An album of pure class – Legendary bassist Charlie Haden and his “film-noir” inspired quartet are joined in this album of atmospheric standards by some of the finest singers performing today: Diana Krall, Melody Gardot, Norah Jones, Cassandra Wilson, Renee Fleming and Ruth Cameron. Produced by Charlie Haden and Ruth Cameron, Sophisticated Ladies brings the seductive romance and style of a classic era to contemporary ears and tastes.

2. Pursuit of a Radical Rhapsody by Al Di Meola (Telarc, March 15, 2011) CLICK HERE TO BUY

On Di Meola’s latest outing, Pursuit of Radical Rhapsody, the guitar virtuoso and world music pioneer deals in more evocative and compelling sounds with his World Sinfonia ensemble, delivering hauntingly beautiful and deeply moving music from track to track. The collection kicks off with the entrancing, suite-like “Siberiana,” which opens with some tender call-and-response between Beccalossi’s accordion and Di Meola’s nylon string acoustic guitar before building to a turbulent section with searing electric guitar lines on top. On the affecting “Paramour’s Lullaby,” Di Meola takes a more deliberate approach on electric guitar, spinning warm, lyrical lines over the beautiful harmonies before engaging in spirited call-and-response with Beccalossi near the end of the piece. The rhythmically charged “Mawazine” (featuring percussionist Mino Cinelu) is broken up into two parts on the album and showcases some typically tasty electric guitar work by the leader.

3. Dancing Monk by Eric Reed (Savant, February 22, 2011) CLICK HERE TO BUY

Not only did Ahmad Jamal call Eric Reed “one of my very favorite pianists,” not only has he worked with such talents as Wynton Marsalis, Jessye Norman, Patti Labelle, Quincy Jones and others but he has composed film scores for Eddie Murphy and Tim Story and serves as musical director for The Alvin Ailey Dance Theater. Somehow he still finds time to teach, perform and cut his latest disc, “The Dancing Monk.” Here the genius of Monk is refracted through the prism of Eric’s own creativity resulting in ‘thoughts on’ rather than a ‘tribute to’ one of the true titans of jazz.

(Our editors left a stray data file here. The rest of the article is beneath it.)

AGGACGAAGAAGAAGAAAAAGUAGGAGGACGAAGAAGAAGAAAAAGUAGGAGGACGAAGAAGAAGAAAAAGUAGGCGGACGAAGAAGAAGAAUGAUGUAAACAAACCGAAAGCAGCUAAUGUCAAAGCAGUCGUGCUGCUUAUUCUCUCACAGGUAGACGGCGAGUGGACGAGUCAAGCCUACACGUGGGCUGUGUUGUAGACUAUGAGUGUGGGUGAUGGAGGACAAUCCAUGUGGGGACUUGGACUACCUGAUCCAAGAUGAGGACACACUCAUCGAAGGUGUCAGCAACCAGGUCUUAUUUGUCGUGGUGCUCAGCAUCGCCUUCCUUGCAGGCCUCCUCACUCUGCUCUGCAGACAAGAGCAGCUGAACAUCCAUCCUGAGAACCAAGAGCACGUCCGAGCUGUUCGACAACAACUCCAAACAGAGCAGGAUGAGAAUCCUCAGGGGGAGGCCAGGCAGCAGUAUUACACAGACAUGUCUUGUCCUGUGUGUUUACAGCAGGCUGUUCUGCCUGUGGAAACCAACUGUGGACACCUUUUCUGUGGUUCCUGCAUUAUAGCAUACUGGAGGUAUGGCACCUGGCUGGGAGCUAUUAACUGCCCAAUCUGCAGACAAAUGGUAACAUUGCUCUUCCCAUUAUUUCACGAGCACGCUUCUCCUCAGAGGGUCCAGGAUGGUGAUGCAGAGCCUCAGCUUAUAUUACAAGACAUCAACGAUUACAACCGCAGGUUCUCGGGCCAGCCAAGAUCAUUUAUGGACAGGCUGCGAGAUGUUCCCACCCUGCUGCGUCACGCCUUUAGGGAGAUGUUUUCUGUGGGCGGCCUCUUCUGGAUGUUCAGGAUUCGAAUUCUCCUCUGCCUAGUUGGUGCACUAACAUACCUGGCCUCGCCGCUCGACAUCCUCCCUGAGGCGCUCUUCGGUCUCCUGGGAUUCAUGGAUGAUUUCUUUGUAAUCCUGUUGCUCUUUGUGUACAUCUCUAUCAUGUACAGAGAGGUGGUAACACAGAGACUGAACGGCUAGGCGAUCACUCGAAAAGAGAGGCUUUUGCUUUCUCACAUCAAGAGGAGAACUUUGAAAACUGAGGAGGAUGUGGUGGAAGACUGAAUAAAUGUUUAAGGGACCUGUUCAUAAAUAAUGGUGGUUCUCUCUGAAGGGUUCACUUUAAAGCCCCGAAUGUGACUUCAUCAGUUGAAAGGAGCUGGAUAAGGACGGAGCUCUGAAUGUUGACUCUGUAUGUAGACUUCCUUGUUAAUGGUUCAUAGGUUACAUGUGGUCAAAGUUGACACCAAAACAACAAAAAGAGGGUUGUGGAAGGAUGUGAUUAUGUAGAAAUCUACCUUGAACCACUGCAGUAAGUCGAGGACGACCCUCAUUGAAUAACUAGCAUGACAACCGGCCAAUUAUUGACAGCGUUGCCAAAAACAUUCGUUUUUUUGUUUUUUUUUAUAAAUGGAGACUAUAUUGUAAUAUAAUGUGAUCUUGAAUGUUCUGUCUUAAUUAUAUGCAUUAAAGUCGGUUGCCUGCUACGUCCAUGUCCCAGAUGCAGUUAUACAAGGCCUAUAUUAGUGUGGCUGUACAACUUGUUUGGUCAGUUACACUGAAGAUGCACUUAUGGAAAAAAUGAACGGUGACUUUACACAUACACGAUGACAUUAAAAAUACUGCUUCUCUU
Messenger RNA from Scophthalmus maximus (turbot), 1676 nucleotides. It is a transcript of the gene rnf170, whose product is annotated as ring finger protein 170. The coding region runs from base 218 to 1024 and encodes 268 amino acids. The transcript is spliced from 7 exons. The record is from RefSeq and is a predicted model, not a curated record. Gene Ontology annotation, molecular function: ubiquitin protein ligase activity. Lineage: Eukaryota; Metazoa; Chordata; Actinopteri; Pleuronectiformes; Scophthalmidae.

4. Tirtha by Vijay Iyer (Act Music & Vision) CLICK HERE TO BUY

Twenty-first century global chamber music, eminently listenable and vibrantly alive, from 2010 Grammy finalist and year-end list-topper Vijay Iyer! Here, the pianist introduces his newest project, an exciting and dynamic trio collaboration with two internationally renowned young Indian musicians living in the US. “Stunning … one of the best recordings of the year from one of our most exciting artists.” –DownBeat

5. Alone at the Vanguard by Fred Hersch (Palmetto Records, March 1, 2011) CLICK HERE TO BUY

Fred Hersch holds the unique distinction of being the first pianist to be asked to play solo at the renowned Village Vanguard in New York City. This recording documents his second and most recent week of performances at the club, November 30 through December 5, 2010. Some say after Fred recovered from his coma, his playing is deeper and more emotional. This album is a testament to that fact. Hersch is widely considered a genius on the piano. He moved to New York from Cincinnati in the 1970s, earning his credibility as a piano prodigy at Bradley’s. His list of credits as a band leader, co-leader, sideman and soloist are astounding. He has worked extensively with jazz masters Stan Getz, Joe Henderson, and Jane Ira Bloom, Art Farmer, Toots Thielemans, Gary Burton, Bill Frisell, Sam Jones and Charlie Haden and has appeared on over 100 recordings. He is also a three-time GRAMMY© nominee.

“Now in Stores” X

“Now In Stores” IX

“Now In Stores” VIII

“Now In Stores” VII

Now in Stores (Late May, June, and July)

“Now in Stores” – 5/16/2010 to 5/22/2010

“Now in Stores” – 5/2/2010 to 5/8/2010

Now in Stores” – 4/25/2010 to 5/1/2010

“Now in Stores” – 4/18/2010 t0 4/24/2010

“Now In Stores” – 5 Noteworthy Jazz Albums Released this Week (4/11/2010-4/17/10)

Jazz on Twitter

28 Mar

Since recently learning how to “tweet”, I have tracked down a number of jazz musicians and organizations that you can follow on Twitter. Here is many that I have tracked down (and a reminder, you can follow me on Twitter @KevinKniestedt).

Terence Blanchard: @T_Blanchard

Ron Blake: @RonBlakeMusic

Ramsey Lewis: @RamseyLewis

Maurice Brown: @mobettabrown

Matt Wilson: @mattwilsonjazz

Joshua Redman: @Joshua_Redman

Joe Lovano: @joelovano

Cassandra Wilson: @reallycassandra

Dianne Reeves: @DianneReeves1